The Guardian’s habitual bi-erasure
As I’m an analyst by trade I thought it’d be entertaining to see how The Guardian generally handles bisexual issues by typing a few search strings.
This is what I found:
- When searching for the term ‘bisexual’, the tag ‘gay rights’ appears in the results. How helpful!
- There are 160 articles containing the term ‘marriage equality’ and 979 articles containing the term ‘same sex marriage’ compared with 2,254 articles with the term ‘gay marriage’, which has its very own tag on their website. How kind!
- There are 749 results for the term ‘bisexual’ without the term ‘gay’ compared with 26,727 articles with the term ‘gay’ without the term ‘bisexual’. It’s worth noting that some of those could be about people with the surname Gay.
- One ray of sunshine: there are 6,684 results for the term ‘gay couple’ as compared to 6,862 results for the term “same sex couple”. There’s a good Guardian(!)
Other news agencies, notably Pink News, have recognised that the term ‘gay marriage’ is not inclusive of their bisexual readers, so have switched to the more inclusive term ‘equal marriage’.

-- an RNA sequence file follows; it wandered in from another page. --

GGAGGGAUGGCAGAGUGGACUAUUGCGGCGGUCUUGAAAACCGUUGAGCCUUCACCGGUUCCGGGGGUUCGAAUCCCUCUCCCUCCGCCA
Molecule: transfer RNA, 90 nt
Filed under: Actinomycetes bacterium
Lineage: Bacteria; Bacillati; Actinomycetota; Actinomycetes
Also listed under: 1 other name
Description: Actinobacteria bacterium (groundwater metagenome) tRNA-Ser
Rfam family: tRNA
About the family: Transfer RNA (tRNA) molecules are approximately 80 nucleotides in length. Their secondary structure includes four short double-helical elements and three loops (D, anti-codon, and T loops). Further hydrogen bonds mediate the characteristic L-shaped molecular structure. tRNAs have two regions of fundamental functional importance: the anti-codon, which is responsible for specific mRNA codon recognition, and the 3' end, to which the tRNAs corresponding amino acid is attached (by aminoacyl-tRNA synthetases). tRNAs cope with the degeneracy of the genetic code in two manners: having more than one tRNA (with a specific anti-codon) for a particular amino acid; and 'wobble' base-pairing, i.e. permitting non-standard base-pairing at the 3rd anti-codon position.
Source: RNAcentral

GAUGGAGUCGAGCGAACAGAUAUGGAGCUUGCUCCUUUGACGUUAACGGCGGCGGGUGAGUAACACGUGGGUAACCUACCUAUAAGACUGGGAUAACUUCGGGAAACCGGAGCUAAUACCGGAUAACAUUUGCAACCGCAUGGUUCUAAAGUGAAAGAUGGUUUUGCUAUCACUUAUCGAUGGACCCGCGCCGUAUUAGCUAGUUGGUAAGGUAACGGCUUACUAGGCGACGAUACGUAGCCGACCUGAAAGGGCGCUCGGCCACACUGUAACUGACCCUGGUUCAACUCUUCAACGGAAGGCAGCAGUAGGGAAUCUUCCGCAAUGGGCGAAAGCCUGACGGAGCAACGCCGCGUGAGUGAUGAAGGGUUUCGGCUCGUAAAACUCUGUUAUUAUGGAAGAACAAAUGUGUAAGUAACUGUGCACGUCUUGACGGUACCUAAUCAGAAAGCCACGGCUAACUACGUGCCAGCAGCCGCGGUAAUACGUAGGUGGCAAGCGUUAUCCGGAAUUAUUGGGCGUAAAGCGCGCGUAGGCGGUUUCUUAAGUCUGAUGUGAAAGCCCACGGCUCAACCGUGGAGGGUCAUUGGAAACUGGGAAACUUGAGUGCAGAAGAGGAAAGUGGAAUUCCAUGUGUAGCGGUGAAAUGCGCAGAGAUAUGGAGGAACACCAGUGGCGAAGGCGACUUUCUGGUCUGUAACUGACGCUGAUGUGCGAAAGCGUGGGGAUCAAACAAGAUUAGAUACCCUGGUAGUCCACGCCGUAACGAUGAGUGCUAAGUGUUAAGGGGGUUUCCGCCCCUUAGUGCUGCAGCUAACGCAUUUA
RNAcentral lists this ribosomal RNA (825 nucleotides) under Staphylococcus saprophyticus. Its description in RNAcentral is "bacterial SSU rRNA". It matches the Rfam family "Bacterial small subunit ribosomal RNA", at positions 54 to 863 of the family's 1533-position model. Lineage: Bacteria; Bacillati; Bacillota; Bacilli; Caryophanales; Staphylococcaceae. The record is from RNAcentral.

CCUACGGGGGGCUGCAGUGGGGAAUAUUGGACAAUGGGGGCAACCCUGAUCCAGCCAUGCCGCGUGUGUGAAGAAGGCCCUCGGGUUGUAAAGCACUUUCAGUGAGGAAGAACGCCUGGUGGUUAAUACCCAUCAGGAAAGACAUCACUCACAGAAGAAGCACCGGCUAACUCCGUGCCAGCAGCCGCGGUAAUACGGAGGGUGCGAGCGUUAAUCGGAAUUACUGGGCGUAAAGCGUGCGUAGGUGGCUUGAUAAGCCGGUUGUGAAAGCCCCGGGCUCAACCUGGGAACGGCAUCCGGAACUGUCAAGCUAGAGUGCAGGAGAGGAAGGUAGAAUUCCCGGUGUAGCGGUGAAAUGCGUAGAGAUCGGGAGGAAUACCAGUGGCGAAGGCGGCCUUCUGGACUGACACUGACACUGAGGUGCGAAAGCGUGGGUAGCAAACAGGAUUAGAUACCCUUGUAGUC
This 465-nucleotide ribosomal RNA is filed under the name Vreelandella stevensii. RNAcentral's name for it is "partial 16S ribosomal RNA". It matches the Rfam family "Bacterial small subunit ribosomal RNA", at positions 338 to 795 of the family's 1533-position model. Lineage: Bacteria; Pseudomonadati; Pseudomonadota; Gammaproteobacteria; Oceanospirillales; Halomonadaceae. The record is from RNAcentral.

There have also been countless blog posts written by bisexual campaigners (including by the editor of this fine magazine, Jen Yockney) patiently explaining why using language which appears to be exclusive of bisexuals is not helpful, so the Guardian’s staff can’t pretend that this information simply isn’t available.
Stonewall Policy Officer Alice Ashworth said: “We know from our research that bi invisibility in the media is a significant problem, with too few positive role models for bisexual young people. YouGov polling commissioned by Stonewall found that one in six people in Britain think broadsheet newspapers are responsible for prejudice against lesbian, gay and bisexual people so it’s important that newspapers take their representation of bisexual people seriously.”
I personally am not going to stop reading the Guardian but would welcome their comment on this article as a way to let their readers know if they intend to do anything to rectify this particular issue. I asked the Guardian to comment on these findings but unfortunately they were unable to meet the deadline.
“We don’t have specific guidance on issues around same-sex or other relationships but journalists are expected to follow the Guardian‘s editorial guidelines, our style guide and the Editors’ Code overseen by the PCC — which has a section on discrimination — to ensure accuracy and fairness in our reporting.We are mindful of sensitivity and continually review how we use language, although I’m not aware of any previous concerns raised on this subject. We hope the Guardian has long been seen as supportive of equality issues as well as promoting a diversity of voices.”